Fed's Watchful Eye Over Google in Travel Search Makes Critics Very Happy
Time for a vacation!
After roughly nine months of antitrust scrutiny, the justice department has approved Google’s acquisition of ITA, acting quickly before the government faces a potentially shutdown due to budget disputes. And, not surprisingly, all parties involved are claiming victory.
Google announced an agreement to acquire ITA Software, a Cambridge, Massachusetts flight information software company, for $700 million in July 2010.
The acquisition was immediately identified as a threat to companies, such as Kayak and Orbitz, which rely on ITA’s data. Likewise, the federal regulators took the opportunity to take a close look at the deal’s ability to fuel Google’s continuing search dominance. However, the deal was largely expected to be rubber stamped because it represented a vertical expansion for Google, and not a gain in general market share.
The concessions laid out by the Department of Justice today has calmed the nerves of the deal’s harshest critics.
“This is a clear win from our perspective,” said Tom Barnett, counsel to Expedia, and former head of the Antitrust Division of the U.S. Justice Department during a call organized by FairSearch.org, an advocacy group that opposed the acquisition. “We are very happy about that, but we are also aware of the fact that this is one transaction in one section of the Internet. We do think that it’s important that people bare that in mind and remain vigilant.”
The two biggest concerns by ITA’s customers was that the company’s data would remain available to them and that Google would not have access to their proprietary data.
Under the terms of the agreement, the department will require Google to establish internal firewall procedures to ensure competitors’ intellectual property and that ITA’s customers will be able to extend their contracts into 2016. New customers are also ensured that they will be able to license ITA’s software on “fair, reasonable and non-discriminatory terms” into 2016. What’s more, the proposed settlement provides for a formal reporting mechanism for complainants if Google acts in an unfair manner.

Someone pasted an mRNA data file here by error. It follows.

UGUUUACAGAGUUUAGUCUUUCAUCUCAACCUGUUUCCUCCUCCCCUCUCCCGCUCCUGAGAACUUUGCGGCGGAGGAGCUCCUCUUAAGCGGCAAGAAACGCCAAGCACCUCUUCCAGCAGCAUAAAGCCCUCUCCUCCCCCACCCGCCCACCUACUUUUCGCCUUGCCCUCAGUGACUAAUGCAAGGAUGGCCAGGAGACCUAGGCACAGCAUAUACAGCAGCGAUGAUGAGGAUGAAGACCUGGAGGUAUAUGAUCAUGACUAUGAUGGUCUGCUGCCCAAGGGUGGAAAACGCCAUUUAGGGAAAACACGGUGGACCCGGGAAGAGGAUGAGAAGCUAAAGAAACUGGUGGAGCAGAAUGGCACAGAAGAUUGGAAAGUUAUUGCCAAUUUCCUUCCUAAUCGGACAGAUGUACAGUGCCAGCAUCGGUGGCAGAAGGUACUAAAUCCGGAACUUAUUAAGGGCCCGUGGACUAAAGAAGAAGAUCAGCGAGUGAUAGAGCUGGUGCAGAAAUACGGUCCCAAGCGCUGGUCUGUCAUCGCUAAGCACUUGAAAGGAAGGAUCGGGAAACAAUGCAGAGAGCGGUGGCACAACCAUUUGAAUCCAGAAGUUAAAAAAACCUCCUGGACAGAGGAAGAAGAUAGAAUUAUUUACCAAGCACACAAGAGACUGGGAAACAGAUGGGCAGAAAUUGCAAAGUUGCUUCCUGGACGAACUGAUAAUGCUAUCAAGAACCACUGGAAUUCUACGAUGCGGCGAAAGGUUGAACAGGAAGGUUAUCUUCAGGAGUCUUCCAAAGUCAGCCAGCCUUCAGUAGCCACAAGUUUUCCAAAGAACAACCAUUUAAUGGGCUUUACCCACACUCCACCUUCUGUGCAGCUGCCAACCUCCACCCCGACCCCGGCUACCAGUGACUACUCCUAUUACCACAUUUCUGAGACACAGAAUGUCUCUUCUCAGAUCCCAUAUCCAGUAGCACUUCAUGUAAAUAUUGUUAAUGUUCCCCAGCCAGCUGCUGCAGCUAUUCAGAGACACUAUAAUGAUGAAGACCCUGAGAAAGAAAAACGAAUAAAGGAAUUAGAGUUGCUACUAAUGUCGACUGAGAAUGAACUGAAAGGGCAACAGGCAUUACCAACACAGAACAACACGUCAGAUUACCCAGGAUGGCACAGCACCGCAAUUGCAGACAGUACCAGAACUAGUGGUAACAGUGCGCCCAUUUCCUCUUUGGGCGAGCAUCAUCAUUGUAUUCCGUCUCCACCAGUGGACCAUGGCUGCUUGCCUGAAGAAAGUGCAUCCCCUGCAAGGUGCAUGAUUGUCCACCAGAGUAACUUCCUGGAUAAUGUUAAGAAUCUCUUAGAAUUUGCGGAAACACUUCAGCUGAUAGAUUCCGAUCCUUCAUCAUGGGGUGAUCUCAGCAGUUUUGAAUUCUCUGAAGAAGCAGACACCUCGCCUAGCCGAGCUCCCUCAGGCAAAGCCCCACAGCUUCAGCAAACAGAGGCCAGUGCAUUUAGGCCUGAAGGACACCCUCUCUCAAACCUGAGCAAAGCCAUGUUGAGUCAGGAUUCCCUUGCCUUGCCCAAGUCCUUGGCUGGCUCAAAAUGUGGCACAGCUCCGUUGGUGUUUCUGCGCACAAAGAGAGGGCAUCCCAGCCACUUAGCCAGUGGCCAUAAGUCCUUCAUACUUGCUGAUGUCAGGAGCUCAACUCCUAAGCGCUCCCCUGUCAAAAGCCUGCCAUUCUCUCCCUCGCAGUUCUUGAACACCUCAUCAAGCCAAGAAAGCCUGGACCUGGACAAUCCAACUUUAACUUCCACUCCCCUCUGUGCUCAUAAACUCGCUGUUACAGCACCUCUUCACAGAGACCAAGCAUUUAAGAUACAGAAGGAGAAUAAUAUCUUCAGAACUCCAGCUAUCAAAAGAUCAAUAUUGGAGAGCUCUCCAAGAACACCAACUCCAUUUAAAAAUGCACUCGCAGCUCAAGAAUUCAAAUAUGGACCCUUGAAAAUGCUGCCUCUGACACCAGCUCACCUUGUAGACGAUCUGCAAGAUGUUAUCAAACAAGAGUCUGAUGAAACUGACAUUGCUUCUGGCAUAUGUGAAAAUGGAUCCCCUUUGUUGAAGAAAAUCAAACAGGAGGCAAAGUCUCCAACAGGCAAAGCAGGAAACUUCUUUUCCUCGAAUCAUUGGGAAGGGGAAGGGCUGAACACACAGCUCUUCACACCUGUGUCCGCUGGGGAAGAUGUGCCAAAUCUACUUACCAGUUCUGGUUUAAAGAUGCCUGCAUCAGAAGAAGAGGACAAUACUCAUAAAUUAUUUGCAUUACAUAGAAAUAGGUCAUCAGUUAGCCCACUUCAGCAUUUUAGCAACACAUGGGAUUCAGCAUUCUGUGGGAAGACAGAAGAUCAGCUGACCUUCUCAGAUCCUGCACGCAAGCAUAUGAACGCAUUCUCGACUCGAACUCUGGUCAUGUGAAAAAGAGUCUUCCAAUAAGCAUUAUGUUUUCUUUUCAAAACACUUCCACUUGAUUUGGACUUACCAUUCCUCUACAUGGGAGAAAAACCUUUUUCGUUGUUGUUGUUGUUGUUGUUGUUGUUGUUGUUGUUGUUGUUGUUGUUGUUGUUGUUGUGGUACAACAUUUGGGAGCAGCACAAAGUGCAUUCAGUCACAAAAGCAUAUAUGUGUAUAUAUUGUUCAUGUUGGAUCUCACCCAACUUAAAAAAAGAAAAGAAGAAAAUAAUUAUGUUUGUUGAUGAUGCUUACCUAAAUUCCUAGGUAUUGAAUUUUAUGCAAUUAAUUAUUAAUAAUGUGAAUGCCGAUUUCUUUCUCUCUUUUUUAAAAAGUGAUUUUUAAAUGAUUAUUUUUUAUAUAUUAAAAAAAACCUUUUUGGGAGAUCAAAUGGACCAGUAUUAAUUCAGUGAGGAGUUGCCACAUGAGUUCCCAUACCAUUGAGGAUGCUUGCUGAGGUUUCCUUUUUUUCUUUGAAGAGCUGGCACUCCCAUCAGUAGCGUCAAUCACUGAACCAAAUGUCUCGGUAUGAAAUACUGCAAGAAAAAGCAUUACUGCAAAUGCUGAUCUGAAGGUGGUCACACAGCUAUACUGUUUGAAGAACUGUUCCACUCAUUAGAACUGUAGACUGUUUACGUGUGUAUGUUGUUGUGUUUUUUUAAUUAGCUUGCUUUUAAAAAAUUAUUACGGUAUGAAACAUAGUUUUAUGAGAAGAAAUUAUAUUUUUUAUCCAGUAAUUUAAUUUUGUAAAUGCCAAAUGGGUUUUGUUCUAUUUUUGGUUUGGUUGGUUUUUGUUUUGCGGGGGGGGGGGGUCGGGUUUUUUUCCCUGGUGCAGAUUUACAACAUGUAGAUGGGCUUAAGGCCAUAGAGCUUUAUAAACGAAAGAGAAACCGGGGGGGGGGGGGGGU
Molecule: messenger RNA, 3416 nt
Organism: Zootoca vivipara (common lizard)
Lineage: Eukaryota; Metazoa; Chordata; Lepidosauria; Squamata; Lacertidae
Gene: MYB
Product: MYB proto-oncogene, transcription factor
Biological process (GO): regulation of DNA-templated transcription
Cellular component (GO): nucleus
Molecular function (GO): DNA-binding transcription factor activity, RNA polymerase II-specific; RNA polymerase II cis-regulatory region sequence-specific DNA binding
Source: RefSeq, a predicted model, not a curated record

On the same call, Kayak’s Chief Marketing Officer Robert Birge, said that Google’s likely happy with the terms because it got what it ultimately wanted — to acquire ITA. But that doesn’t mean that the terms weren’t vigilant enough to make customers of ITA happy, too.
“Their deal got cleared, so of course they are going to spin it how they like, but the Justice department has taken action to ensure competition. We are still looking at the specific details, but from a cursory look, it’s clear they protected our access and have protected our own proprietary technology that we’ve developed over the past seven years. It’s unambiguous to us that this is pleasing to us.”
We’re sure the deal’s closure after nine months also is pleasing to ITA’s investor list.
As soon as the court accepts the Justice Department’s proposal, you can imagine the $700 millions being distributed to all parties involved. In 2006, ITA closed $100 million in equity investment. Its investor list includes: Sequoia Capital, Battery Ventures, General Catalyst Partners, PAR Investment Partners and Spectrum Equity Investors.
In a short statement by Google, Jeff Huber, Google’s SVP of Commerce and Local, was enthusiastic about the Justice Department’s actions: “We’re moving to close this acquisition as soon as possible, and then we’ll start the important work of bringing our teams and products together. We’re confident that by combining ITA’s expertise with Google’s technology we’ll be able to develop exciting new flight search tools for all our users. Up, up and away!”
This doesn’t mean that Google is entirely in the clear.
As Digital Daily’s John Paczkowski wrote earlier this week, Larry Page has a lot to look forward to as his tenure as CEO, such as a European probe of the company’s search and advertising operations, a Texas investigation into allegations of “manual overriding or altering of” search result rankings, and perhaps that long-in-the-works Federal Trade Commission probe.